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CEO’s Desk So Long to 2011 W

ith 2011 in the books, it is a great time to reflect on the successes and failures of the past year. For many in the sorghum community, 2011 is one you

would just as soon forget. It has been an extremely active year for National Sorghum Producers. Even though it was not one of our most productive years, there are still a num- ber of achievements that would not have happened without the support of our members, the leadership of our board, and the shoe leather of a driven staff.

When people ask, ‘Why do we need a trade association like NSP?’ my answer is extremely clear and direct: It is to maintain a long-term, stable entity with the institutional knowledge and contacts to be able to fix problems as they arise in your industry. Regardless the year, the political party in office, or the status of the economy, there will al- ways be issues that need to be fixed. The year 2011 was the same as any other year in that regard.

We started the year with an aggressive push to finish a pathway for grain sorghum as an advanced biofuel. This process started in the summer of 2010 with the expectation that it would quickly be resolved in 2011 so we could move on to sweet sorghum and biomass sorghum pathway discus- sions. As I write this article in Dec. 2011, I can talk about the progress we have made in finding flaws in the models used to run the analysis at EPA. I can talk about the countless hours and days NSP directors, ethanol industry leaders and staff have spent traveling back and forth to D.C. However, I cannot say we have fixed the problem. The battle continues and has now turned into the third longest issue NSP has been involved with in the last 20 years — trailing only atra- zine and crop insurance price elections. The good news is that NSP has never quit or backed down, and we continue to work with many other allies to resolve the problems in this area and to achieve our goals in 2012.

The passage of the national checkoff referendum was the second priority for NSP in 2011, a program the NSP board originally proposed. The checkoff will continue to help fix problems related to increasing the profitability of sorghum.

Another success in 2011 was avoiding the loss of AMS price reporting for grain sorghum. Due to state-level budget cuts in Texas and agreements between the Texas Department of Agriculture and USDA, it became clear in the spring our in- dustry was in jeopardy of losing price reporting at several locations on the Gulf export market and at Texas Panhandle reporting sites. This is critical to the entire sorghum indus-

SORGHUM Grower Winter 2012

try as these prices represented four of the six prices used to set the price elections for sorghum. The issue went down to the final hours before the price reporting was discontinued, and we are very appreciative USDA found a way to resolve the issue and allow our industry to continue to have this important information while many other livestock groups and commodities did not fare as well.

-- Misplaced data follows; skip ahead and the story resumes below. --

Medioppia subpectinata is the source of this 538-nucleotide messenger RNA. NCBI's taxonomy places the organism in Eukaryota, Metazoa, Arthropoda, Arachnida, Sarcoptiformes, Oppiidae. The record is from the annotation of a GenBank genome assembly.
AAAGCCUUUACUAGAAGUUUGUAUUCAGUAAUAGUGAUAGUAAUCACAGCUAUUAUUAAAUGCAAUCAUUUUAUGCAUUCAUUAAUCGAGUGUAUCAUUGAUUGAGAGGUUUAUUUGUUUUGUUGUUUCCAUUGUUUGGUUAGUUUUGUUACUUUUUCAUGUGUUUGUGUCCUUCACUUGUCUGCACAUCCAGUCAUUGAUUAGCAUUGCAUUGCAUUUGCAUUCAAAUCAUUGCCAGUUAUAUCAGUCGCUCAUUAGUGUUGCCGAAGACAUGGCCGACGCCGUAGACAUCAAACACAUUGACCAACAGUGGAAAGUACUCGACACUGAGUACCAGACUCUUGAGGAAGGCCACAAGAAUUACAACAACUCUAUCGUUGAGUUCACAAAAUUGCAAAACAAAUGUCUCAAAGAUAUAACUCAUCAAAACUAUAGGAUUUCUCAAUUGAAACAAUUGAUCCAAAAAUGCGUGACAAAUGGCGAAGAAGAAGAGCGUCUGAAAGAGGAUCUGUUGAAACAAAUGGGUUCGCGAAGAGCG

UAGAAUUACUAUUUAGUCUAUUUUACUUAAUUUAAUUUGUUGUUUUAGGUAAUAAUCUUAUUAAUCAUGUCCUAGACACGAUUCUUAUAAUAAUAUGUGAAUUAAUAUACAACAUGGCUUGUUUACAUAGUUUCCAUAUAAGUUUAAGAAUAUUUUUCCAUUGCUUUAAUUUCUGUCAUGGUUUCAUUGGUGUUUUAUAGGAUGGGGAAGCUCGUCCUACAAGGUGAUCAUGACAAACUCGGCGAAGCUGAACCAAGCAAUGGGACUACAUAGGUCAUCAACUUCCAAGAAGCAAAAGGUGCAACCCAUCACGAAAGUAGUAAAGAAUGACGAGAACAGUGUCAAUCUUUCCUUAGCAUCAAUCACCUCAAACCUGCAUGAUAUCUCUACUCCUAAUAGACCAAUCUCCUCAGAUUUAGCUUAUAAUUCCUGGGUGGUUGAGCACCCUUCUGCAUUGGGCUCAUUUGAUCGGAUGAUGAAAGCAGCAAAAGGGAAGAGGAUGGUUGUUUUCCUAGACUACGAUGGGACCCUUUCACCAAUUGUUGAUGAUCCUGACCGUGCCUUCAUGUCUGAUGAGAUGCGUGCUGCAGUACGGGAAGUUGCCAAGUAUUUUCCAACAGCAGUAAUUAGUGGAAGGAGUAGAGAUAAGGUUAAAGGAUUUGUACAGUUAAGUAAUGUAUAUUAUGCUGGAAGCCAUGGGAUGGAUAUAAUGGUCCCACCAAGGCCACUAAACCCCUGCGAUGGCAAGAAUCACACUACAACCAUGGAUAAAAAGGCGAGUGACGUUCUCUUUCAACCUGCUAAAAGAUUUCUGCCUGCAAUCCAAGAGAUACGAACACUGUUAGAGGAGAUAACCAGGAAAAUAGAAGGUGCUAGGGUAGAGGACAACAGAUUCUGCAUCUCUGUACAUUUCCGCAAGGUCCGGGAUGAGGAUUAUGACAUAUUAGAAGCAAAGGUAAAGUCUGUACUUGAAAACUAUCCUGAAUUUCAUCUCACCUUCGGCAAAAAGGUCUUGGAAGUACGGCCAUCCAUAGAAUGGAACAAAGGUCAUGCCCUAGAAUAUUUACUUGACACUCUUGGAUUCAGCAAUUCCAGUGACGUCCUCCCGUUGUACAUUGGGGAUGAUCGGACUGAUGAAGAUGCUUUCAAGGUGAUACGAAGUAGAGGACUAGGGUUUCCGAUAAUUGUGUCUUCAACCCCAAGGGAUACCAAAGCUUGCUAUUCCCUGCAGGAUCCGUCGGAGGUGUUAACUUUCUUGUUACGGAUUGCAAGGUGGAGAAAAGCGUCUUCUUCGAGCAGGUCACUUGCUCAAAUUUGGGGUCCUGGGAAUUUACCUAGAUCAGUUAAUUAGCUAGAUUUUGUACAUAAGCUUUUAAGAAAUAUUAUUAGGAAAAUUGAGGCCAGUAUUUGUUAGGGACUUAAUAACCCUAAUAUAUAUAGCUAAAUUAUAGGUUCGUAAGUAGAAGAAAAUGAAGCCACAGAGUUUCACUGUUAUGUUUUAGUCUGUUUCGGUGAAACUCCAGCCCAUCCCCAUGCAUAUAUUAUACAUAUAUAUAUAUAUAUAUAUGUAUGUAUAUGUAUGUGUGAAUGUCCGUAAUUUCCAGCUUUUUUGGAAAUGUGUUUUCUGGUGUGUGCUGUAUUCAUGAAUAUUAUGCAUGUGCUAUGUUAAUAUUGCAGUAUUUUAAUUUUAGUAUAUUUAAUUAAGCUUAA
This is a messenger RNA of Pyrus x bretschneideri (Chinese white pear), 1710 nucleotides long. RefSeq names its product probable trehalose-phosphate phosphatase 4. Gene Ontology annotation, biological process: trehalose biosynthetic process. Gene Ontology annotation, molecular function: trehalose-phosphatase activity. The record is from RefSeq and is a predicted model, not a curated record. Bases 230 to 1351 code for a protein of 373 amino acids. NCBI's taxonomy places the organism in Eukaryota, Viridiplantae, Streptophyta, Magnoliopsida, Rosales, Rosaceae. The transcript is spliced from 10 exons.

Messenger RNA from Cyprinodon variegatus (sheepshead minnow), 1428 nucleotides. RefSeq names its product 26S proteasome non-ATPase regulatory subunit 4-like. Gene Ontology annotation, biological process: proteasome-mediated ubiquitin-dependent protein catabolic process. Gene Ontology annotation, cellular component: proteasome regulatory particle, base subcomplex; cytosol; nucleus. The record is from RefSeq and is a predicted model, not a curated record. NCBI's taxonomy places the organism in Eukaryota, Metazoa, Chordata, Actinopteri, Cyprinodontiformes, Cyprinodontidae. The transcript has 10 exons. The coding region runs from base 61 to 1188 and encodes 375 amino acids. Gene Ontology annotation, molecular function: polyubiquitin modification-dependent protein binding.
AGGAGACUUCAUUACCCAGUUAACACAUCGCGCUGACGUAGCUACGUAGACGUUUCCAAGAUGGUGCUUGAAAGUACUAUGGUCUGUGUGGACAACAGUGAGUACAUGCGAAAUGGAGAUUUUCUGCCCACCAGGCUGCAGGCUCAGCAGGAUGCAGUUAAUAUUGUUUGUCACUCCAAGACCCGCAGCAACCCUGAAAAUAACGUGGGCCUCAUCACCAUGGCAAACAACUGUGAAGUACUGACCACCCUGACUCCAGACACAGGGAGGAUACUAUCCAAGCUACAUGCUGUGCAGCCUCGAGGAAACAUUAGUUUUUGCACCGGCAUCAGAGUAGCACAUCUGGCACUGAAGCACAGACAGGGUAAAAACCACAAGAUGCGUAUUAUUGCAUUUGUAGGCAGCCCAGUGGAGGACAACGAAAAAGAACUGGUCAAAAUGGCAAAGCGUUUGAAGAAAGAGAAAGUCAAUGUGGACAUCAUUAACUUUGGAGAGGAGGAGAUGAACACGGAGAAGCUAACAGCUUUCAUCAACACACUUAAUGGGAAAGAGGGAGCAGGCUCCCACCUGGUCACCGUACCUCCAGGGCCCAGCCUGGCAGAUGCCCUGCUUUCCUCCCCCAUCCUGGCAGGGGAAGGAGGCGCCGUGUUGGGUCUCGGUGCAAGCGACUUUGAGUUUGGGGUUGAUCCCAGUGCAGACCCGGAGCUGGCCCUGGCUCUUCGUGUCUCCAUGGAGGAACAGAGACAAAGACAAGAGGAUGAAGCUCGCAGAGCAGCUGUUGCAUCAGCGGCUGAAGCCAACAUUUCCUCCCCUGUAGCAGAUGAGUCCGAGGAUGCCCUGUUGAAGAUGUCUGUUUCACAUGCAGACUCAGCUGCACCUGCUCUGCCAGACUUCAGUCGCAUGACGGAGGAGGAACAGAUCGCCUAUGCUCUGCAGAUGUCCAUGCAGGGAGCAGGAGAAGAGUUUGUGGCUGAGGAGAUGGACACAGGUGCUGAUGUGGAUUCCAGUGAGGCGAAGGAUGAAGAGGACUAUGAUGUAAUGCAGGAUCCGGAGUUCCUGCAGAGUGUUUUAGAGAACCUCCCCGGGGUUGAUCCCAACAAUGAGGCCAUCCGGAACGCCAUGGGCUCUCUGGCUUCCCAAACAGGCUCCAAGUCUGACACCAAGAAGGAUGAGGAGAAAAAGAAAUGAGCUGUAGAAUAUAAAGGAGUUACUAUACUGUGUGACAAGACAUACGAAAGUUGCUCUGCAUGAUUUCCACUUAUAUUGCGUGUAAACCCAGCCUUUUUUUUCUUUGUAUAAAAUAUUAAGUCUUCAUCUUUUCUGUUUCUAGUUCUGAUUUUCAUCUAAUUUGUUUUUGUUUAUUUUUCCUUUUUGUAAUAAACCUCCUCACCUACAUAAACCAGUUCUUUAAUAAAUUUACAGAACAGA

Additionally, NSP continued to work to ensure the energy programs under the 2008 Farm Bill delivered the support that was promised under the legislation. Specifically, the Bioenergy Program for Advanced Biofuel (Section 9005) payments for 2010 and 2011 were distributed in September and provided millions of dollars of support to the ethanol industry for their use of sorghum as a green feedstock.

This fall saw a quite aggressive move to pass a farm bill as part of the Super Committee process. While a farm bill did not get across the finish line, NSP was actively involved in the process and worked hard to make sure the policy changes needed for grain, sweet and biomass sorghums were included in the bill. This work will position us well for the eventual passage of the next farm bill—whenever it happens.

Finally, NSP, along with many other ag groups, weighed in on the Department of Labor’s proposed rules on child labor regulation. One of my mentors once told me that whatever expectations you have for your children is likely what they will achieve. I believe that is one of the reasons why this issue bothers me so much. Farmers and ranchers take great pride in a strong work ethic tied to personal responsibility and accountability. Once again, we see an issue where the federal government is greatly overreaching in their attempt to pass regulations discouraging a strong work ethic in the name of a zero risk society. NSP leaders and members understand that the safety of farm kids is critical, and we in agriculture should be proud of the improvements in farm safety over the last few generations. However, we should be equally concerned over regulations that encourage genera- tions of kids lacking work ethic who are more than content to live off of government support.

As 2012 moves forward, know that NSP will continue to work on behalf of the producers and industry to fix prob- lems and make sorghum more profitable. We will continue to focus on the legislative and regulatory problems at hand and communicate both our successes and failures to you. Thanks for the opportunity to represent you in 2012.


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